A Photographic Atlas of Selected Regions of the Milky Way
by Edward Emerson Barnard. Edited by Edwin B. Frost and Mary R. Calvert. (Carnegie Institution of Washington, Washington, 1927).
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Click here for additional photos of the Atlas and of the Bruce Photographic Telescope
"The Milky Way has always been of the deepest interest to me. My attention was first especially attracted to its peculiar features during the period of my early comet-seeking. Indeed, there is no work in observational astronomy that gives one so great an insight into the actual heavens as that of comet-seeking. The searcher after comets sees more of the beauties of the heavens than any other observer."
-E. E. Barnard
Barnard's Atlas is an astronomical classic - an important historical work that very few amateur astronomers ever get a chance to examine. I requested this two volume set via interlibrary loan, never expecting to receive it due to its age and rarity. About one month later, both volumes arrived at my local library. Only 700 copies of this work were originally produced, and as far as I know there was never a second edition. Most remaining copies are in observatory libraries, and due to their age, I'm guessing most don't circulate, and may not even be available to the public. Other copies are in the hands of private collectors, and it's very unusual to find a copy for sale (I did find a rare book auction house in Boston selling this set. The asking price was $12,000!).
Volume 1 contains 52 original prints produced from Barnard's original negatives, and 31 pages of Barnard's description of each plate. All plates were shot with the 10" and 6.25" Bruce photographic refractors at Yerkes Observatory in Williams Bay, Wisconsin, or at Mt. Wilson, California. The plates themselves have the appearance of original photographic prints glue-mounted on linen pages. The cover and overleaf bear a portrait of Barnard, followed by an introduction to the work by Edwin Frost, and after that an extensive introduction by Barnard. Vol. 2 contains 51 hand drawn charts showing objects of interest on the plates and a listing of the coordinates of the objects on the page facing the chart.
Barnard was a procrastinating perfectionist, and his classic atlas was not published until 20 years after the original Carnegie grant - 5 years after Barnard himself had died. After his death in 1922, the cause to finish the epic project was taken up by his long-time assistant Mary Calvert and Yerkes' director Edwin Frost.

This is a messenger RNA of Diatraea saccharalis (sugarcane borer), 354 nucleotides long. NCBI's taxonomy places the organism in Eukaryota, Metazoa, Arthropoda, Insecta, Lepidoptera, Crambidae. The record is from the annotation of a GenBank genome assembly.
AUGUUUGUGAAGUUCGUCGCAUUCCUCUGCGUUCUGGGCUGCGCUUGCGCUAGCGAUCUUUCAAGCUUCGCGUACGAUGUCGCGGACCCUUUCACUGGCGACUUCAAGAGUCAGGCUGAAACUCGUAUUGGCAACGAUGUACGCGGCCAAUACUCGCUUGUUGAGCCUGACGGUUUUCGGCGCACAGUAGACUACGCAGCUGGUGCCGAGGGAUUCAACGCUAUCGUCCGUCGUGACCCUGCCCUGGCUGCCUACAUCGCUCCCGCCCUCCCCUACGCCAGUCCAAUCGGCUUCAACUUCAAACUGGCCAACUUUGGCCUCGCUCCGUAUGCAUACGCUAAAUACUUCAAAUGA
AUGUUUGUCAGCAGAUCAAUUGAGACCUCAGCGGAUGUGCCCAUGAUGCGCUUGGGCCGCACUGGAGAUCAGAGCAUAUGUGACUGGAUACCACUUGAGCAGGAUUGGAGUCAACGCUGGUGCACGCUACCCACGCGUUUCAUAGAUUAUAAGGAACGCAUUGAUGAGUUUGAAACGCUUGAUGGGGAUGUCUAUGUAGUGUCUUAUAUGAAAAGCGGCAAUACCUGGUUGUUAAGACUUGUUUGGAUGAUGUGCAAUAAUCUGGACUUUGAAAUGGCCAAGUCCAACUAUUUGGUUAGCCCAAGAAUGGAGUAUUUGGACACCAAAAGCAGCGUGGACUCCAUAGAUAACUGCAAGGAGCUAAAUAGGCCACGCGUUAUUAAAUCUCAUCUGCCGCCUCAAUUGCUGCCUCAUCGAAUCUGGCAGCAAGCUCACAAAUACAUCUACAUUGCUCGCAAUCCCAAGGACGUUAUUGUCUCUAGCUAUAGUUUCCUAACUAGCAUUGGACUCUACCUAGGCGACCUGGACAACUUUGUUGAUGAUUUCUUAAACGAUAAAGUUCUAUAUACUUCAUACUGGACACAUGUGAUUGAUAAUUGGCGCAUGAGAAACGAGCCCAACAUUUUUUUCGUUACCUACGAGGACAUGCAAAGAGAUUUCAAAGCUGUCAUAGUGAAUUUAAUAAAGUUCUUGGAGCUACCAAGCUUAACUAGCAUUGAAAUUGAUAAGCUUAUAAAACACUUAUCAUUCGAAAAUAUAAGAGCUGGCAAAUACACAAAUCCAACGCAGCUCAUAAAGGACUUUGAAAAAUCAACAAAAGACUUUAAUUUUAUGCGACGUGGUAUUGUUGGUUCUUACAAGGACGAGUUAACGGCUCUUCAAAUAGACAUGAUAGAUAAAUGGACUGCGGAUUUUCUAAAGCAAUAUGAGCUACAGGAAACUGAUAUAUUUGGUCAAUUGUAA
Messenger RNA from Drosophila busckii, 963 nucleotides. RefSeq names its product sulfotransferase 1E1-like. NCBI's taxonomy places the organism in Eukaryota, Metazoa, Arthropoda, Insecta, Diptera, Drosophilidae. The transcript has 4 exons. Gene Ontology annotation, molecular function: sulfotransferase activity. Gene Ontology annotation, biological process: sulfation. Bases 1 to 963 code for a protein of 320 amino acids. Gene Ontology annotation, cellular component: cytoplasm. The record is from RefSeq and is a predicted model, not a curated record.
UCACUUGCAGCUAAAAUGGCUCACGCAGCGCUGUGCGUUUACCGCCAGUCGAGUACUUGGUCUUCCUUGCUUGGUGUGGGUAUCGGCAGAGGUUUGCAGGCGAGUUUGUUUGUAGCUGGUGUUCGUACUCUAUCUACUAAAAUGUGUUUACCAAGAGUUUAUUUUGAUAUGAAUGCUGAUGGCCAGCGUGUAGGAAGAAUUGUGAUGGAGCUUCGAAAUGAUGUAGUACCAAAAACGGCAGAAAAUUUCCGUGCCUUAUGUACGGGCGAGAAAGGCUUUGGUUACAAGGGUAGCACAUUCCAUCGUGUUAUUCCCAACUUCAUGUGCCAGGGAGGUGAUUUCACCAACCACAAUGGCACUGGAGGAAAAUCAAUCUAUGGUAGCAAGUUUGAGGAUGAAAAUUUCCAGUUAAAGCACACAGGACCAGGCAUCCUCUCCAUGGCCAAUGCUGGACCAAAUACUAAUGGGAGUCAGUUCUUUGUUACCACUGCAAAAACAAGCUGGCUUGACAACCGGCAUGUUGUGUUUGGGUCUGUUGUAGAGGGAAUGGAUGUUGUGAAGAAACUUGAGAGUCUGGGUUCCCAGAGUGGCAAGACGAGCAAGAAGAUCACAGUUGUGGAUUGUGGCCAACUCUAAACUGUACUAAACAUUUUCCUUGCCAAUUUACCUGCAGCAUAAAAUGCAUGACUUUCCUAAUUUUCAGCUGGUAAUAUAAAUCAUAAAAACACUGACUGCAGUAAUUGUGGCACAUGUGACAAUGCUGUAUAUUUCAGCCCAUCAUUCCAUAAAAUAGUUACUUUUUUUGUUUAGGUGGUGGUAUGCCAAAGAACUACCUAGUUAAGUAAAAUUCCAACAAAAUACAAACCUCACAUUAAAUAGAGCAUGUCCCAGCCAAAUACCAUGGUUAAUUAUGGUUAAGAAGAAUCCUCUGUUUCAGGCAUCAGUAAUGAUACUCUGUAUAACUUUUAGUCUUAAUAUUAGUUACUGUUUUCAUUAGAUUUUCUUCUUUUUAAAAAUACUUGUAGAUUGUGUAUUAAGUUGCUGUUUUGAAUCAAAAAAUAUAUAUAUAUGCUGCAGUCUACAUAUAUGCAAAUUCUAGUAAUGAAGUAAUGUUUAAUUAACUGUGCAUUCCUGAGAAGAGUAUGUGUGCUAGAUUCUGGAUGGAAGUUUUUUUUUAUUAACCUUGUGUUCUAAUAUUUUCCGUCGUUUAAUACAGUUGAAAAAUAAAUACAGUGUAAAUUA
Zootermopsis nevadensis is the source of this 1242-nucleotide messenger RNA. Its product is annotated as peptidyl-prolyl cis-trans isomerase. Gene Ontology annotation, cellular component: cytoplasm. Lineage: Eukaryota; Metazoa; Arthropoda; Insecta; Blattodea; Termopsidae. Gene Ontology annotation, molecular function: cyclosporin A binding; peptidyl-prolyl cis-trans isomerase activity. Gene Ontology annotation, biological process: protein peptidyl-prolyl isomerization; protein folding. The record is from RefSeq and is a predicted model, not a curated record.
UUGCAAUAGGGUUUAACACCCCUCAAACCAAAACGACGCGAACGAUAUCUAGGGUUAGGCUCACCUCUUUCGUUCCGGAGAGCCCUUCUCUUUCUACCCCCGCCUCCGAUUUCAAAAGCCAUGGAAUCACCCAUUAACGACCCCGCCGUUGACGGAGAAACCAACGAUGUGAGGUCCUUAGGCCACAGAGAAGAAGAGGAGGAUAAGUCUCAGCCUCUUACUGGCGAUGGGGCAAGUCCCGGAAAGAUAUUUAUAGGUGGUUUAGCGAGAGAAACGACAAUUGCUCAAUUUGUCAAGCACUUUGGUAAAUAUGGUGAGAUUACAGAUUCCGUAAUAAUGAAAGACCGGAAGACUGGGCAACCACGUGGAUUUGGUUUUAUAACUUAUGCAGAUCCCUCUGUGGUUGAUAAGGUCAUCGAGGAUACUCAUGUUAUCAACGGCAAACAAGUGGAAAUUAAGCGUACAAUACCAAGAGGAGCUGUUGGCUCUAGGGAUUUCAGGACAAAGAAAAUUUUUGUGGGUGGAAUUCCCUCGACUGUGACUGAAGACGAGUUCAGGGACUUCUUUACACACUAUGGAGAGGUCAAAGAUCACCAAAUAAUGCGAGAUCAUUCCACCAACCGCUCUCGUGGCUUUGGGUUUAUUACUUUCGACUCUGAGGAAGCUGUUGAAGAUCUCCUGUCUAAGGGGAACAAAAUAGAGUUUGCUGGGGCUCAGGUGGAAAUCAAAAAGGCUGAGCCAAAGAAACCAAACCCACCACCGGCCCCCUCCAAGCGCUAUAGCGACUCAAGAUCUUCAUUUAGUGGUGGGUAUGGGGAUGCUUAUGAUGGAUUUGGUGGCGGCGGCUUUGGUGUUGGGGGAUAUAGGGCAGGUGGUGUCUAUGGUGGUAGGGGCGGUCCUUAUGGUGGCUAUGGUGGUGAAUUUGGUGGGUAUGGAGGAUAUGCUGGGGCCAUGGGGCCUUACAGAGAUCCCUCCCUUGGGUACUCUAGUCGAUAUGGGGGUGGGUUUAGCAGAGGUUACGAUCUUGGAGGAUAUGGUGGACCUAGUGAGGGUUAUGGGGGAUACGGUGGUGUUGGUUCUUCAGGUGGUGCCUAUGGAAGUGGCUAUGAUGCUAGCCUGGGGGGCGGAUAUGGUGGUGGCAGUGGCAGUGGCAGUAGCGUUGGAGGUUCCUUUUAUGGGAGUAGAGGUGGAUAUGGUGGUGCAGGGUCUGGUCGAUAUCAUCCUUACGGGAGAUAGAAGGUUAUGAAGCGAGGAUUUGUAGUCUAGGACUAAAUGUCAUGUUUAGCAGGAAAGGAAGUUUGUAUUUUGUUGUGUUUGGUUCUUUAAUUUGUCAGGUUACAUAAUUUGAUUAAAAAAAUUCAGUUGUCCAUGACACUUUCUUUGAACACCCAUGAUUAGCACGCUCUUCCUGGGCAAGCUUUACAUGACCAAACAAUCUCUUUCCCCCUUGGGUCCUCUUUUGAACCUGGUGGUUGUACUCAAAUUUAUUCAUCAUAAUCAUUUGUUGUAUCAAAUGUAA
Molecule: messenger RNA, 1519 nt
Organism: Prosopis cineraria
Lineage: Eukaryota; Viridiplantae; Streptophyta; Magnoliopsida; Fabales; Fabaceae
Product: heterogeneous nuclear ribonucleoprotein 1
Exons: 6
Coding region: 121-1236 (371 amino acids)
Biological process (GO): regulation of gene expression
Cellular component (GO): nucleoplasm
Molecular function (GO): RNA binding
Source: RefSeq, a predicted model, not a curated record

The set I examined bears the nameplate of the Washburn Observatory Library (University of Wisconsin-Madison) on the inside flap. The cover is a cloth-bound hard cover, brown in color. The pages are yellowed and just shy of brittle. Many pages bear light pencil marks, cryptic annotations of researchers lost to the years. Several plates also have what appear to be wax marker imprints, noting the positions of various open clusters, or other unknown items of interest to readers of a generation ago.
Only 700 copies of the atlas were produced, and since Barnard was unsatisfied with any method of reproducing his photos for publication, he personally supervised the printing and inspection of the over 35,000 prints necessary for the publication of his work. As his notes for each plate attest, he was not satisfied fully with the final result; he frequently criticized the prints as being over or underexposed, too bright or too dark, etc.
Spending two weeks pouring over the beautiful glossy prints of was sheer joy. Barnard wrote a one page description of each plate, with date, exposure time, celestial coordinates, observing location, and a brief title (e.g., region west of Sagittarius). Each page is rich with his descriptive prose and drips with history as he struggled with the nature of the many dark lanes and twisting tendrils of nebulosity, most of which he was the first to examine. All prints bear slight concentric star trailing at the corners, a testament to the length of the exposures. That such wide field shots from that era are as clear as these are is amazing.
This is not a book, it is the result of a lifetime's obsession with photographing the sky and capturing the beauty and mystery of astronomy. Barnard's soul is in this book, and its pages speak of his passion better than prose or poetry.
Title page and overleaf of the Atlas. Note the impression of Barnard's portrait, in reverse, on the title page. Intentional artistic touch or bleeding of the ink over the years?
.Click here for an article by E.E. Barnard on the Bruce telescope and additonal photos (Yerkes Observatory web site).
(posted November, 2000)
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